“Fortunately, the wind has been blowing predominately to the south,” Cram said. “We’re crossing our fingers. We’ve got everything packed to go if we need to.”
As of 7 p.m. Monday, night flames were visible with trees igniting, but the fire had yet to jump the river.
Fire on West Plains
At least one home burned Monday afternoon in a fire that also forced the evacuation of numerous West Plains residents.
A ranch-style home along with at least one outbuilding burned northwest of U.S. Highway 2 and Christensen Road.
Officials issued mandatory evacuation orders to residents north of Highway 2 between Deep Creek and Brooks roads, as a fire blown by strong winds quickly expanded .
Priest Lake damage
At Priest Lake, vacationers and homeowners on the final day of their Labor Day weekend watched as whitecaps formed on the water and trees started coming down around them.
Pecky Cox, who runs several Facebook pages for lake residents and fans, said as many as 50 trees were down in the Indian Creek Campground on the east side. From her place on Kalispell Bay, she fielded reports from all over the lake about unmoored boats, missing dock furniture, downed trees and even stranded campers on Bartoo Island.
Strong winds toppled trees, knocked out power and carried smoke and dust from Central Washington wildfires .
Even the “flower boat,” an old fishing boat moored offshore and planted each spring with flowers, was no match for the storm, and it sank.
She promised it would return.
No trees had fallen on her home at Kalispell Bay.
“But my neighbor on the left had a huge tree, a beautiful tree … (fall) but it did not hit his house, and then my neighbor on the right had a humongous tree fall, and it missed his house by a few inches. All in all, we were lucky. We don’t have power, and I think that is going to be the problem for now.”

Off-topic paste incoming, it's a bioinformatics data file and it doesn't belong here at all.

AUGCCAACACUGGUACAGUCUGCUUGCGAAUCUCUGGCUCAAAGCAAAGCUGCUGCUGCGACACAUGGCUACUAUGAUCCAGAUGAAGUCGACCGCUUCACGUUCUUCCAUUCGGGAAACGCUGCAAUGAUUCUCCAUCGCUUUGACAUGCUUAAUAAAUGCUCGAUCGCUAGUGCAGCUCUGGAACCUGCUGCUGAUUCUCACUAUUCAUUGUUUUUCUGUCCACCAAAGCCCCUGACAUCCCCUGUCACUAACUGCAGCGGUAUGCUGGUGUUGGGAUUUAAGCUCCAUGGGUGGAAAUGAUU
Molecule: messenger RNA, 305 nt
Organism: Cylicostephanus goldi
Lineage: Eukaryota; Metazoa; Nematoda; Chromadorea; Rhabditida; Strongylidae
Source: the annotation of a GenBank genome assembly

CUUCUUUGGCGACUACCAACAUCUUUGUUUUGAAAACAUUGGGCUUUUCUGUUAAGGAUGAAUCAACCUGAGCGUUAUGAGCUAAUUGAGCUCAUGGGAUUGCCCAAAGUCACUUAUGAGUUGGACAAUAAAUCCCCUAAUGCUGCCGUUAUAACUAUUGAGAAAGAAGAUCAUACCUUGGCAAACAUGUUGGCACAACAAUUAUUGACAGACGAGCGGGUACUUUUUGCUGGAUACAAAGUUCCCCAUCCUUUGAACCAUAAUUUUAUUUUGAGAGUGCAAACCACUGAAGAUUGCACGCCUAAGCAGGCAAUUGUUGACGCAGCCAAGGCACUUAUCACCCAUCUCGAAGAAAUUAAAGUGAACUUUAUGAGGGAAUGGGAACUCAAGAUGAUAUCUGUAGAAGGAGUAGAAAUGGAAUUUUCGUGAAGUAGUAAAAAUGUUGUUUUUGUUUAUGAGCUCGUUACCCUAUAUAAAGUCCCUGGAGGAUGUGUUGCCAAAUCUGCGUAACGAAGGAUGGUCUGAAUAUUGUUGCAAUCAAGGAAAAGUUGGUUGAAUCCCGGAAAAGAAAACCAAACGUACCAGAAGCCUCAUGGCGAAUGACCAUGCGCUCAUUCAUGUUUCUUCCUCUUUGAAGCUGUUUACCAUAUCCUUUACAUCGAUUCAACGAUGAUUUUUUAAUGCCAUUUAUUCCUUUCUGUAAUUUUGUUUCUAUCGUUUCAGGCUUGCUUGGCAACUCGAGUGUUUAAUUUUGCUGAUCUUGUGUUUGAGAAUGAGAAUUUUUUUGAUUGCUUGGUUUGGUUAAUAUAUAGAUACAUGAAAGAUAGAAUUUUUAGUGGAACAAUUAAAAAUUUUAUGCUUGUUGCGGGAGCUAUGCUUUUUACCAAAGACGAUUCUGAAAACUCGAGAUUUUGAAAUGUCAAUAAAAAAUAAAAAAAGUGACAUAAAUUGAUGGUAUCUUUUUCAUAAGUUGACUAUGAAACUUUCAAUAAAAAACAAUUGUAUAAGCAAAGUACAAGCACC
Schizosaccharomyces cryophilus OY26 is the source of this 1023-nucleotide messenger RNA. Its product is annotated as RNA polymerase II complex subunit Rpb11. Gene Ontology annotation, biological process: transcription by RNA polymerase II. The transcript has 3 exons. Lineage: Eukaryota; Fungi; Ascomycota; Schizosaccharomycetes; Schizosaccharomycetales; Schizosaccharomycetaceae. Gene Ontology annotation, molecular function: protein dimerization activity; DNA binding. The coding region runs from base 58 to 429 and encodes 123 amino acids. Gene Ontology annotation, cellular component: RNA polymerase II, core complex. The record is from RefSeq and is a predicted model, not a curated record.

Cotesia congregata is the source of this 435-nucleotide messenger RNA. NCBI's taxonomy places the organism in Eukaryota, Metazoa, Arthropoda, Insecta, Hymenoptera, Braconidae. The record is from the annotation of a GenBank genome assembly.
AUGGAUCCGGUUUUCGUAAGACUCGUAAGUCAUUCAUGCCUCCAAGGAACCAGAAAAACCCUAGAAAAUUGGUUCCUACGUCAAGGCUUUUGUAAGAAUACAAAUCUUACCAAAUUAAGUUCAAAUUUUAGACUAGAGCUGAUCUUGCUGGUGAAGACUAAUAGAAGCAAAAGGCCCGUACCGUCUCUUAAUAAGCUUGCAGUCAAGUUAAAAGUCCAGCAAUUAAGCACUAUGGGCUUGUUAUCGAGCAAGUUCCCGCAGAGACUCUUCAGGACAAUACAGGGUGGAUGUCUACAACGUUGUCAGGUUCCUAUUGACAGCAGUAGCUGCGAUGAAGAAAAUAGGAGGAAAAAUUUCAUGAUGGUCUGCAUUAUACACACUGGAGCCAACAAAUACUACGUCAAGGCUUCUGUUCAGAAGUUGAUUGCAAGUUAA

At Twin Lakes, Idaho, just north of Rathdrum, several trees blew down across the roads and several homeowners had tree limbs or trees fall onto their structures. It was unknown late Monday about any reports of injuries.
The wind also knocked out power to Silverwood Theme Park, which closed for the day and offered refunds to those who had purchased tickets.
Fallen trees and branches impeded traffic in multiple locations in Spokane, as well. KHQ reported tree limbs snapped and had fallen on power lines near Francis Avenue and Cannon Street, breaking some lines.
Fires in Colfax, Davenport
A fire erupted Monday morning near Colfax and quickly burned hundreds of acres, forcing residents to evacuate and stretching thin local firefighting resources.
The fire started at about 10:40 a.m. and was threatening crops, city residents and infrastructure and the Port of Whitman airport. The state fire marshal’s office reported the fire had burned from 500 to 1,000 acres. Level 3 evacuation orders – meaning “Get out now” – were in effect.
State firefighting resources were authorized to assist local fire districts at about 12:15 p.m. Two wildfire strike teams and a structural fire strike team were deployed.
At about 1 p.m. the Pullman Police Department said residents fleeing nearby Colfax could shelter at the new Pullman City Hall recreation building at 190 S.E. Crestview St. Red Cross representatives were stationed at the building.
Media reports indicated at least a couple homes burned in the fire.
Pullman Radio News reported local fire districts needed farmers to stop harvesting Monday to avoid sparking additional fires in their dry fields.
Just before 2 p.m., the state Department of Natural Resources reported another fire, dubbed the Whitney Fire, had burned about 600 acres of timber, brush, grass and crops near Davenport. The DNR said the fire was still growing, and Level 2 evacuation notices were in place for about 100 threatened homes.
Blowing dust, winds and fire danger closed roads outside of Ritzville and across the Grant County line, including Interstate 90.
According to the a tweet from the Washington State Department of Transportation, I-90 from the Grant County line to Ritzville was closed as well as U.S. 395 from Ritzville to state Highway 26, U.S. 2 from state Route 172 to state Route 17, and numerous other roads.
By late evening, however, the WSDOT Twitter account announced 395 and other state highways had reopened.
Thomas Clouse, Carolyn Lamberson and Jonathan Brunt contributed to this report.
This story was changed on Tuesday, Sept. 8, 2020 to correct the date that the fire in Okanogan County turned toward the home of Shane Grooms.